Our culture effectively agrees that income, employment, housing, education, marriage, police interaction, etc., should be merit-based (and therefore tied to a range of often heritable traits) rather than random (or equal, where possible). At the same time, there is vocal insistance that random reproduction between two partners is preferable to controlled or merit-based reproduction between those same partners. These attitudes are inconsistant, and the biodiversity argument justifies this attitude only in the smallest degree.

    The record of abuse against individuals and communities by governments in the name of eugenics, often as thinly veiled racism, is politically cautionary. But when one suggests that this record advances an argument that random events are superior to intentional, merit-based selection, it’s a big non-sequitur.

    So yeah, let’s lose that Tay Sachs gene, whether through conscientious mate choice, embryo screening, or transgenics. It’s just another version of parents trying to provide good lives for their children.

  6. #6 Kagehi
    July 20, 2007

    Actually, I don’t think the “biodiversity” argument justifies it **at all**. From a purely practical standpoint, flawed genes occur due to two factors, a) they don’t effect the individual negatively enough to matter much in 90% of cases, while perhaps providing some benefit, like sickle cell, or b) they exist because, as one recent study on deer determined, the traits needed for a female of a species are not *necessarily* optimal for a male of the same species. Modern medicine hasn’t so much defended biodiversity in humans as it has exacerbated the duplication and passing on of traits that would, in a less controlled environment, where heart surgery on children wouldn’t happen, medications to treat problems arising from genetic conditions didn’t exist, etc., the flawed genes would appear, prove non-viable, then vanish, only to resurface later as a random glitch again. In other words, you can’t get rid of 100% of all glitches, even if pure natural selection is going on, and you don’t have a means to save people *with* those glitches, but even in such a pure environment, its not possible to optimize to get rid of segments of DNA that are prone to the errors, without optimizing the species into extinction in the process.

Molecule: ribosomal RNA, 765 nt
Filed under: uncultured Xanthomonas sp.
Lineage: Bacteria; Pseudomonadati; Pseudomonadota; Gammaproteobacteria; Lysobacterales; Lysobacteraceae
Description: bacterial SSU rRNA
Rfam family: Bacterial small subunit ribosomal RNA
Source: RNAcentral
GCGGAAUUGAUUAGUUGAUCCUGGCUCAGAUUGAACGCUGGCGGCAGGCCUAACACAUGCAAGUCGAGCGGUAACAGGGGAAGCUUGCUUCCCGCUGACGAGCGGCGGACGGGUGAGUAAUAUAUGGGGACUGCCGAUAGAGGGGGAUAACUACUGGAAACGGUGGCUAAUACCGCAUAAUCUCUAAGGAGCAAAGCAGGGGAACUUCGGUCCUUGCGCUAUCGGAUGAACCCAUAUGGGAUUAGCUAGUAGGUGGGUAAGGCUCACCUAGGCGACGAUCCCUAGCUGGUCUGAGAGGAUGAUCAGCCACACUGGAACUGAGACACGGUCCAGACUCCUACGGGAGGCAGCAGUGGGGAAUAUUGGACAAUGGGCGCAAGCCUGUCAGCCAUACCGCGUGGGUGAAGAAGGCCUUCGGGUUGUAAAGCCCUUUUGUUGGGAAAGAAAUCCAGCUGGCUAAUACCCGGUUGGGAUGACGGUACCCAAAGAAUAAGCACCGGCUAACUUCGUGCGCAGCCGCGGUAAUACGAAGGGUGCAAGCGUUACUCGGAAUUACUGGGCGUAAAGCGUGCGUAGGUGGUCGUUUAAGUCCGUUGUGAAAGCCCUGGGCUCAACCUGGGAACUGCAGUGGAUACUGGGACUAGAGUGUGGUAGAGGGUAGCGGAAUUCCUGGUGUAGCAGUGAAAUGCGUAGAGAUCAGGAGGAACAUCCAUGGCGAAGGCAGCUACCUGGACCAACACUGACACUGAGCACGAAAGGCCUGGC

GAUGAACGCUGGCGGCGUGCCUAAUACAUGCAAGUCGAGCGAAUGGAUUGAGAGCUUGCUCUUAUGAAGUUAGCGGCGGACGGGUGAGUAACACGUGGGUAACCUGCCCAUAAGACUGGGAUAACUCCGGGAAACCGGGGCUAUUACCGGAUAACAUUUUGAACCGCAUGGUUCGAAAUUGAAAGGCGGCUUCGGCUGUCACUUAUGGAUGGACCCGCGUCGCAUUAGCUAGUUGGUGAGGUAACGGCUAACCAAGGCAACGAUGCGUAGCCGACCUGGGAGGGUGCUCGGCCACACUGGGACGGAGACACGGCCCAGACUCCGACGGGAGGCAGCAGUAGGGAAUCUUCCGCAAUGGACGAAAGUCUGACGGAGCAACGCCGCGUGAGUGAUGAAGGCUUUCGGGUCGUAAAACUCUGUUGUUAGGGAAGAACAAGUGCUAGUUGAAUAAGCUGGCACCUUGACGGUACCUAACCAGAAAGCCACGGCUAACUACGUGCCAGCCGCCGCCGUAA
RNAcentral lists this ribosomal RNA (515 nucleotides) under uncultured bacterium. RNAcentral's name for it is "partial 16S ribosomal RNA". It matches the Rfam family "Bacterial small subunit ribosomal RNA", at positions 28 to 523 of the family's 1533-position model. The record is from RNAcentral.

The problem with people equating a form of Eugenics from the past insane versions, with those of one predicated on, “This flaw would not be survivable in a less controlled environment”, is that you end up with a level of biodiversity that is actually detrimental to the species, instead of helping it. Its like if you decided to kill off every species of goat, except the fainting ones, then released those in the wild. How long do you think that there would still be goats? Well, OK, not *that* extreme, but I think you see my point. If every human on the planet reaches a point where they all carry several hundred recessives, and the only *solution* we allow ourselves is to use surgery and other medical techniques to correct the “symptoms”, and not the causes, then we damn well better hope we never find ourselves back living in caves, because there won’t be anyone left able to produce viable offspring, without medical intervention at some point in the process. That is just stupid, though again, a bit exaggerated.